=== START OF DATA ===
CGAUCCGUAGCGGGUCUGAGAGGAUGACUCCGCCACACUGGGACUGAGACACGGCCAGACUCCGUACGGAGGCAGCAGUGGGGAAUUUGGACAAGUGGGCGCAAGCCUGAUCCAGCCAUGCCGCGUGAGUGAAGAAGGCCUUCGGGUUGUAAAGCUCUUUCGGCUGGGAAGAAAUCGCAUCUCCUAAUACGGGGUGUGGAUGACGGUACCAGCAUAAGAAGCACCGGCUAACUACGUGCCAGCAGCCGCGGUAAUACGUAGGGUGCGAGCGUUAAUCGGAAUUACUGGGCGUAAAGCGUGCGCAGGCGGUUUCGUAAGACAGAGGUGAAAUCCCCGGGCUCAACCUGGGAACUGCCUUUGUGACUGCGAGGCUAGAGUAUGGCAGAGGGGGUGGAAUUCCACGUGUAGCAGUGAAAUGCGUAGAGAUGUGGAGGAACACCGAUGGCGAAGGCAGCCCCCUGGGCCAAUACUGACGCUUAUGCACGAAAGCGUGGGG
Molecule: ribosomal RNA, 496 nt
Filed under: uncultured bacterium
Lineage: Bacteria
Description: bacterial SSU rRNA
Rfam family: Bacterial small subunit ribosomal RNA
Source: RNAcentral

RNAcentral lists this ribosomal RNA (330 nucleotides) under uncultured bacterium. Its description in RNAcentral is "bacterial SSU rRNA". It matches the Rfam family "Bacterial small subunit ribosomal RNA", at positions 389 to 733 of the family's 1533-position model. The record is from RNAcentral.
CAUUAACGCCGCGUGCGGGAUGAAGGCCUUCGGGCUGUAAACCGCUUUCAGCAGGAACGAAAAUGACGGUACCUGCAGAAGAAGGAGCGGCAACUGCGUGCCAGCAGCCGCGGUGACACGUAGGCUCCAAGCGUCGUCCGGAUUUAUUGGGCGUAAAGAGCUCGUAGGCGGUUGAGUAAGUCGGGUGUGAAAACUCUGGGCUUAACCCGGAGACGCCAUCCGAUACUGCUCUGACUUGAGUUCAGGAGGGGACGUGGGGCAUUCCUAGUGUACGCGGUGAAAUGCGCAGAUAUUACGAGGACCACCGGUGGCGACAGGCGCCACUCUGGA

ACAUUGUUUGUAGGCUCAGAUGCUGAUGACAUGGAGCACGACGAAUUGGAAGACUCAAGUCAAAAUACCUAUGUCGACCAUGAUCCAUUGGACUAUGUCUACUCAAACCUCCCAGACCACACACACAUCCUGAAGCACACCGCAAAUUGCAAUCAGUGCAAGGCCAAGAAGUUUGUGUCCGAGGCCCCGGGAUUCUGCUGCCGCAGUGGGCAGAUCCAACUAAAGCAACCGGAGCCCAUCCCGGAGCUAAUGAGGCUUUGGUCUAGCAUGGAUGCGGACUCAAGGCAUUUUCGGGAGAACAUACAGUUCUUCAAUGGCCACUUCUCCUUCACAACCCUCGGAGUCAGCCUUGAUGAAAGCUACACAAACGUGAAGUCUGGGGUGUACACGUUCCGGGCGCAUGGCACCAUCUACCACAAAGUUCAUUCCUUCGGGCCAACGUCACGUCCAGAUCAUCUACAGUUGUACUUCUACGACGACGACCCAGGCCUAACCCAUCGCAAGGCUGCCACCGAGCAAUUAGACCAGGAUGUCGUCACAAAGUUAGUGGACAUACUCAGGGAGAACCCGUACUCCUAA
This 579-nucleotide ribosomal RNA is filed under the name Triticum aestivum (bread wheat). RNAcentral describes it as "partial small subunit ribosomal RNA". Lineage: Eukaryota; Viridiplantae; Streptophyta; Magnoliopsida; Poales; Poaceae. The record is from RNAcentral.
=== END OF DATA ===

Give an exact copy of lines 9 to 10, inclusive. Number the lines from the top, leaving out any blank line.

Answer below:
CAUUAACGCCGCGUGCGGGAUGAAGGCCUUCGGGCUGUAAACCGCUUUCAGCAGGAACGAAAAUGACGGUACCUGCAGAAGAAGGAGCGGCAACUGCGUGCCAGCAGCCGCGGUGACACGUAGGCUCCAAGCGUCGUCCGGAUUUAUUGGGCGUAAAGAGCUCGUAGGCGGUUGAGUAAGUCGGGUGUGAAAACUCUGGGCUUAACCCGGAGACGCCAUCCGAUACUGCUCUGACUUGAGUUCAGGAGGGGACGUGGGGCAUUCCUAGUGUACGCGGUGAAAUGCGCAGAUAUUACGAGGACCACCGGUGGCGACAGGCGCCACUCUGGA

ACAUUGUUUGUAGGCUCAGAUGCUGAUGACAUGGAGCACGACGAAUUGGAAGACUCAAGUCAAAAUACCUAUGUCGACCAUGAUCCAUUGGACUAUGUCUACUCAAACCUCCCAGACCACACACACAUCCUGAAGCACACCGCAAAUUGCAAUCAGUGCAAGGCCAAGAAGUUUGUGUCCGAGGCCCCGGGAUUCUGCUGCCGCAGUGGGCAGAUCCAACUAAAGCAACCGGAGCCCAUCCCGGAGCUAAUGAGGCUUUGGUCUAGCAUGGAUGCGGACUCAAGGCAUUUUCGGGAGAACAUACAGUUCUUCAAUGGCCACUUCUCCUUCACAACCCUCGGAGUCAGCCUUGAUGAAAGCUACACAAACGUGAAGUCUGGGGUGUACACGUUCCGGGCGCAUGGCACCAUCUACCACAAAGUUCAUUCCUUCGGGCCAACGUCACGUCCAGAUCAUCUACAGUUGUACUUCUACGACGACGACCCAGGCCUAACCCAUCGCAAGGCUGCCACCGAGCAAUUAGACCAGGAUGUCGUCACAAAGUUAGUGGACAUACUCAGGGAGAACCCGUACUCCUAA